Virginia Tech students deliver Capstone presentations

AFP Correspondent

BLACKSBURG, Va. (Dec. 1, 2015) — A steady stream of visitors passed through four classrooms of Litton-Reeves Hall on the Virginia Tech campus to view posters made by seniors for their Animal and Poultry Sciences Capstone Symposium last month.
Visitors to the symposium had the opportunity to vote for their favorite poster.
The winners were chosen from 171 ballots that were cast during the afternoon, Cindy Wood, faculty advisor, said.
Winners and their poster titles were:
• First Place: Ashley Geiger, “Animal Care Internship at Carolina Tiger Rescue;”
• Second Place: Ally VanCampen, “Separating and Stimulating Equine Peripheral B Lymphocytes;” and
• Third Place: Stacy Graf, “The Importance of Neonatal Foal Care”
“A capstone project is when students take classroom learning to work in real-world internships and research projects through an education initiative known as the capstone experience,” Zeke Barlow, department spokesman said. “Students from the Animal and Poultry Science Department are encouraged to take part in the program so they can apply what they have learned in the classrooms in situations they will face after graduation.”
The presenters were eager to tell friends and strangers about this event, part of the university’s capstone requirement, about their experiences.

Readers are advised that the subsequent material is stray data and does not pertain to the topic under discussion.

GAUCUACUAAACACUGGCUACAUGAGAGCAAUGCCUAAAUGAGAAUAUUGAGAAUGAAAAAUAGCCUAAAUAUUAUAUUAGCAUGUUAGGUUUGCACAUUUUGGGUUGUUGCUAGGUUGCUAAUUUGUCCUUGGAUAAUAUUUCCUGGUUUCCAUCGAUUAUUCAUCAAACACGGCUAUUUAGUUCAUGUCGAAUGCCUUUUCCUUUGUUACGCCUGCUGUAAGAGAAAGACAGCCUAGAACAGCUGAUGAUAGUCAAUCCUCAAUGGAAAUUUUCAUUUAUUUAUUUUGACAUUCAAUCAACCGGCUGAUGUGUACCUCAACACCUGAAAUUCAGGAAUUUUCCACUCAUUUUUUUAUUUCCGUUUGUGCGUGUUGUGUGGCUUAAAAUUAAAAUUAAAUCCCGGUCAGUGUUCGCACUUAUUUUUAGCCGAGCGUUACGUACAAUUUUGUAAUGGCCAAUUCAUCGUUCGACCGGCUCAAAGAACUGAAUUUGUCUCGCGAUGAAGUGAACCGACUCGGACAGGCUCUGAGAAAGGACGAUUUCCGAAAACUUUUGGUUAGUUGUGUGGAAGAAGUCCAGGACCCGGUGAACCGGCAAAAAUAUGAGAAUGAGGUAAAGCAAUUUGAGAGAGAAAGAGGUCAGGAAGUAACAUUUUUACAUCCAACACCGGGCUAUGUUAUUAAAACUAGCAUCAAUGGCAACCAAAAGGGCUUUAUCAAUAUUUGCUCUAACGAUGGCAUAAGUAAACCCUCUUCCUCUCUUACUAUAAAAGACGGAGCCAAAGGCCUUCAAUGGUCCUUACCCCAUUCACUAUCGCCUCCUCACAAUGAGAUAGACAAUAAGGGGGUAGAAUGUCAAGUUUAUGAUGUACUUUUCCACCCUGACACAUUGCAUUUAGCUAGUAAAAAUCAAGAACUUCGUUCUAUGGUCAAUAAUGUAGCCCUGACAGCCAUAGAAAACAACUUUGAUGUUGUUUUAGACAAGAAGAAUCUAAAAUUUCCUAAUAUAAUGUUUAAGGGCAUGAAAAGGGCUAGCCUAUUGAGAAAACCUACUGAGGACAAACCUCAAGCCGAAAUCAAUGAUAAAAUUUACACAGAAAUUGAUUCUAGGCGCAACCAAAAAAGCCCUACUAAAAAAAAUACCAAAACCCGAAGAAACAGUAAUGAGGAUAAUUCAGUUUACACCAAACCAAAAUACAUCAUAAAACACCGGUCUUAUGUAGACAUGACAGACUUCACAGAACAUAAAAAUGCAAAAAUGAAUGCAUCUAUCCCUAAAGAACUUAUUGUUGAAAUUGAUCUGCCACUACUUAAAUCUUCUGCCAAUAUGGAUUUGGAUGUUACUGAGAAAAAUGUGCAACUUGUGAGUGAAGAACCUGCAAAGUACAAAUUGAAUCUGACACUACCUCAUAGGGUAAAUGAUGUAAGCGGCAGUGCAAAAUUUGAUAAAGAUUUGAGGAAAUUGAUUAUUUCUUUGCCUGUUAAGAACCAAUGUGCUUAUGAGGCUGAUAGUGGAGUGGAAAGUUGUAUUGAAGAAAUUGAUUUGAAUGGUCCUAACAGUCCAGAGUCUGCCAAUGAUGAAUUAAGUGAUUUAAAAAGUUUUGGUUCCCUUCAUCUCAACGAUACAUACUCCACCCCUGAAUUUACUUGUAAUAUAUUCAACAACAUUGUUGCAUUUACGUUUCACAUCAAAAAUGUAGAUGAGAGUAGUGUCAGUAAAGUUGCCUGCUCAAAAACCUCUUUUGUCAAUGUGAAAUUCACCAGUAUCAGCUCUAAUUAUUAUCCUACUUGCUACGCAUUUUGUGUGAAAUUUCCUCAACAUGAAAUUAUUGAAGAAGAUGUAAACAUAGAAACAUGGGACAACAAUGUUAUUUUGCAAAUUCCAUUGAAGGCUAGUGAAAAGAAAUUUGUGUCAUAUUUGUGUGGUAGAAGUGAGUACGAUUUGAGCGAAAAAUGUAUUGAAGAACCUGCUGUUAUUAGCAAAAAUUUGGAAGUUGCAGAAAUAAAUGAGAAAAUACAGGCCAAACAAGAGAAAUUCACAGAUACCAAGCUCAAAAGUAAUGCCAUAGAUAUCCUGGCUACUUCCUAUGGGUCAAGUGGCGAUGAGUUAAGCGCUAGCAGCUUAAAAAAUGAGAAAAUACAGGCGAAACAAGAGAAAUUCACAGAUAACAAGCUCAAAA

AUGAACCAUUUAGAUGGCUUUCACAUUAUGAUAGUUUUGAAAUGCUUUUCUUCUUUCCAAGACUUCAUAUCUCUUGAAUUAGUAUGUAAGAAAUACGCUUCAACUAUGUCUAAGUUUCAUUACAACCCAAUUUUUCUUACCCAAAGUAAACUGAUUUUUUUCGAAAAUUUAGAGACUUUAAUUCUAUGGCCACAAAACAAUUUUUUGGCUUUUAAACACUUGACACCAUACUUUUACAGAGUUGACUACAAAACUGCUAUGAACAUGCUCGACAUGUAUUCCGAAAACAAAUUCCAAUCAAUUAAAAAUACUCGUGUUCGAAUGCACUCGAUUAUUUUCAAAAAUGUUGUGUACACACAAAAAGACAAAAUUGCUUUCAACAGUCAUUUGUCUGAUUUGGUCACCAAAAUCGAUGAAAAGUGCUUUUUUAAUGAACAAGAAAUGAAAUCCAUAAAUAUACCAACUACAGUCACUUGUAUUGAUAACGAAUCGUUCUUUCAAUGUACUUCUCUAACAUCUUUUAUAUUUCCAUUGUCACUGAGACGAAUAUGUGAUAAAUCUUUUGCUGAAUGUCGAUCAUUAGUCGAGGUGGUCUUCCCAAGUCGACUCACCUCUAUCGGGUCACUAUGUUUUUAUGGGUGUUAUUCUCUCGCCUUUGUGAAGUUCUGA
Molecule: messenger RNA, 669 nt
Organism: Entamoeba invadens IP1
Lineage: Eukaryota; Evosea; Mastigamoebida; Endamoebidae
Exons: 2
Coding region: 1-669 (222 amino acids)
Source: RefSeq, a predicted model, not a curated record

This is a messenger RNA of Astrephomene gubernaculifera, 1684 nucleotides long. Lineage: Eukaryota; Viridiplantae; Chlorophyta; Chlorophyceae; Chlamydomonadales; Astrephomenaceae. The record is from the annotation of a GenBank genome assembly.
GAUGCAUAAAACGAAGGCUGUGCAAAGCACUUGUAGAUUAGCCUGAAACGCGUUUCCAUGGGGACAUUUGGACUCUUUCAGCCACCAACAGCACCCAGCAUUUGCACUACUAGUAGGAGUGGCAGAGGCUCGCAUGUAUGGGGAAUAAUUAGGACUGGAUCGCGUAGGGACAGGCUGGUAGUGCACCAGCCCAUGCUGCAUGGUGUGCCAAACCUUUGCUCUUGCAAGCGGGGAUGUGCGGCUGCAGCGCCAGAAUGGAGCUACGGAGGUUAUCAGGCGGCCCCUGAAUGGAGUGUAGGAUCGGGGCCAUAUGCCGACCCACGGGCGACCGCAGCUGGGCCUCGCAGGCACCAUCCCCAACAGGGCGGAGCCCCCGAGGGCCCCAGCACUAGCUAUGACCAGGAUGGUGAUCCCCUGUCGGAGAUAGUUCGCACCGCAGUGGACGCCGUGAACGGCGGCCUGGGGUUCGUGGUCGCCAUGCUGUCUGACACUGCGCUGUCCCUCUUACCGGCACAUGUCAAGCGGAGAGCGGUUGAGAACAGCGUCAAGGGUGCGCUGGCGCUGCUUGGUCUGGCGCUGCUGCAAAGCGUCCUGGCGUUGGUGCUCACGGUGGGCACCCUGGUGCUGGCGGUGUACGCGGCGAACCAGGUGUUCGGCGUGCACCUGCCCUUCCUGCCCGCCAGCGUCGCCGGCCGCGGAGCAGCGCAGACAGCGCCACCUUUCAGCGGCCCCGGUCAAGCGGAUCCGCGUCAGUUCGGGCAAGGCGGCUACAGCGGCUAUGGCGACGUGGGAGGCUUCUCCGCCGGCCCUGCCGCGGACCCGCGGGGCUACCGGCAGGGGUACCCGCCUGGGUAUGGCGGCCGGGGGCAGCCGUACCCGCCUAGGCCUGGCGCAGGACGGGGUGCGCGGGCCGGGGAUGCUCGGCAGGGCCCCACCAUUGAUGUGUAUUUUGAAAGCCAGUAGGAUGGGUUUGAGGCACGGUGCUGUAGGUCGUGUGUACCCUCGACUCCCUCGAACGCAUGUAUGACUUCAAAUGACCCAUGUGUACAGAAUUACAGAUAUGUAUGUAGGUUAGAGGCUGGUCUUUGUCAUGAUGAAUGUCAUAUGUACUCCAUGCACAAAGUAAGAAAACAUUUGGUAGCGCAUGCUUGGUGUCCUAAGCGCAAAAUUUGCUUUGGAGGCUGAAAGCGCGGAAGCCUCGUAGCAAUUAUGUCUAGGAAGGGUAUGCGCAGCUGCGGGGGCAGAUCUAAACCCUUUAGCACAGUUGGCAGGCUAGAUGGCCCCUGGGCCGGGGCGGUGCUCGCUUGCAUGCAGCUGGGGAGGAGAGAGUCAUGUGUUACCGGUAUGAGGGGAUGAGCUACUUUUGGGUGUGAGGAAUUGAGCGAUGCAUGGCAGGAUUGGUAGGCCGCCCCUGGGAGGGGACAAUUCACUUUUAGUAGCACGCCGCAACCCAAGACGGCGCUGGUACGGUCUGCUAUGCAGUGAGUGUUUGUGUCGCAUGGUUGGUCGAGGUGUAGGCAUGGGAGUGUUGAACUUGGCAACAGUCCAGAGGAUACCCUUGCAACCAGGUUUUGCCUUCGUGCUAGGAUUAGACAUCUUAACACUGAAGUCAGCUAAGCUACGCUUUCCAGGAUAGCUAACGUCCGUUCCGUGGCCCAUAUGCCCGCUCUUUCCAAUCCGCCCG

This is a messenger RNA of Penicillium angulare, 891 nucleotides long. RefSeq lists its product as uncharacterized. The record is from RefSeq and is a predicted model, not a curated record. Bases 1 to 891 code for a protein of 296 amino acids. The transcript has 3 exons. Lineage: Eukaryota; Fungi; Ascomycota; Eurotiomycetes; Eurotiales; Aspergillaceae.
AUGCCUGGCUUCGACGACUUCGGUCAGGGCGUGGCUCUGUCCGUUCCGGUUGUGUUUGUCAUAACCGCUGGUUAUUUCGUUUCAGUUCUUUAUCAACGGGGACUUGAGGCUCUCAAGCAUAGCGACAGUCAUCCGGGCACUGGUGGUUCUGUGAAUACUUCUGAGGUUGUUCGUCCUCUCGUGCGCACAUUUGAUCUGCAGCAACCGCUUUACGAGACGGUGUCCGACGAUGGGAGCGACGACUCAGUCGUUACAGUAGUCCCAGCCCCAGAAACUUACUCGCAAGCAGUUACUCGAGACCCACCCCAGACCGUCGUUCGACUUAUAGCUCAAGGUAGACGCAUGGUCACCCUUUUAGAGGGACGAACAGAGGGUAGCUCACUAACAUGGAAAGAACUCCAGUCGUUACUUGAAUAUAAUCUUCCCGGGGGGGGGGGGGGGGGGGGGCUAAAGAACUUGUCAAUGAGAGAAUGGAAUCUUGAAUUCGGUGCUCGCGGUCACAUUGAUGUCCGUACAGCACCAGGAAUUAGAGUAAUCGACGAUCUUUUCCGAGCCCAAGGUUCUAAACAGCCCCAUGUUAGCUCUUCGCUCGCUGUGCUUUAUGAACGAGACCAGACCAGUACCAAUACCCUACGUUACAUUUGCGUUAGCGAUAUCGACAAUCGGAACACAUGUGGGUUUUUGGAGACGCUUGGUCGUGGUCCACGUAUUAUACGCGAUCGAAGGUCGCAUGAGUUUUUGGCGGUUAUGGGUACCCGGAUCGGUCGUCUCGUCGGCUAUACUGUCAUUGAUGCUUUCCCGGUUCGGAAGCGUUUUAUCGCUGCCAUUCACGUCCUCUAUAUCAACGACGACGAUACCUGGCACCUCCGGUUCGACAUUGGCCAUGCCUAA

“What stands out to me about the event — and the capstone requirement itself — is the breadth of experiences our students choose, and the variety of ways they use a standard poster format to present the information they want to convey,” Wood said after the event.
“We encourage students to choose an experience that matters to them, and they respond,” she said. “We have internships, undergraduate research, study abroad programs and independent studies represented in the 52 posters presented last Friday. Some stayed close to home but others went out of state and out of the country. And they are a good bunch of students: Very enjoyable to work with.”
The students’ individual projects ranged from work on the Virginia Tech campus, across the state, to farms and zoos to Ecuador.
Subjects included scientific explorations, a 4-H riding school, internships, birds and bats.
Projects dealing with horses seemed popular with many of the students.
Graff took the scientific approach showing drawings of a foal in the birth canal and a photo of still born foal suffocated by the placenta wrapping around its body.
Kimberly Jakubowski worked on a 40-horse breeding farm in Carroll County, Va.
A long time horsewoman, she said she focused on the training of young horses. She worked with both a yearling in hand and riding a three-year-old.
“I hope this experience and the connections I have made will provide me with the opportunity to work for a professional rider when I graduate and hopefully one day break into the industry, she said.
Haley Ward’s project, “The Inside Look on Being a Trail Guide,” took her to the Easy Does It Ranch in Chesapeake, Va., where she helped a rescue horse overcome its fear to walk into water.
She and her mount were then able to join other horses and riders on a ride in the Back Bay.
Megan McLean said her project, Animal Agriculture: 1799 to 2015, was kind of like going home.
It was centered at Mt. Vernon, George Washington’s plantation home.
She had worked there prior to doing her project which included working with livestock breeds Washington might have used and farming methods of the day as well as the history of the farm.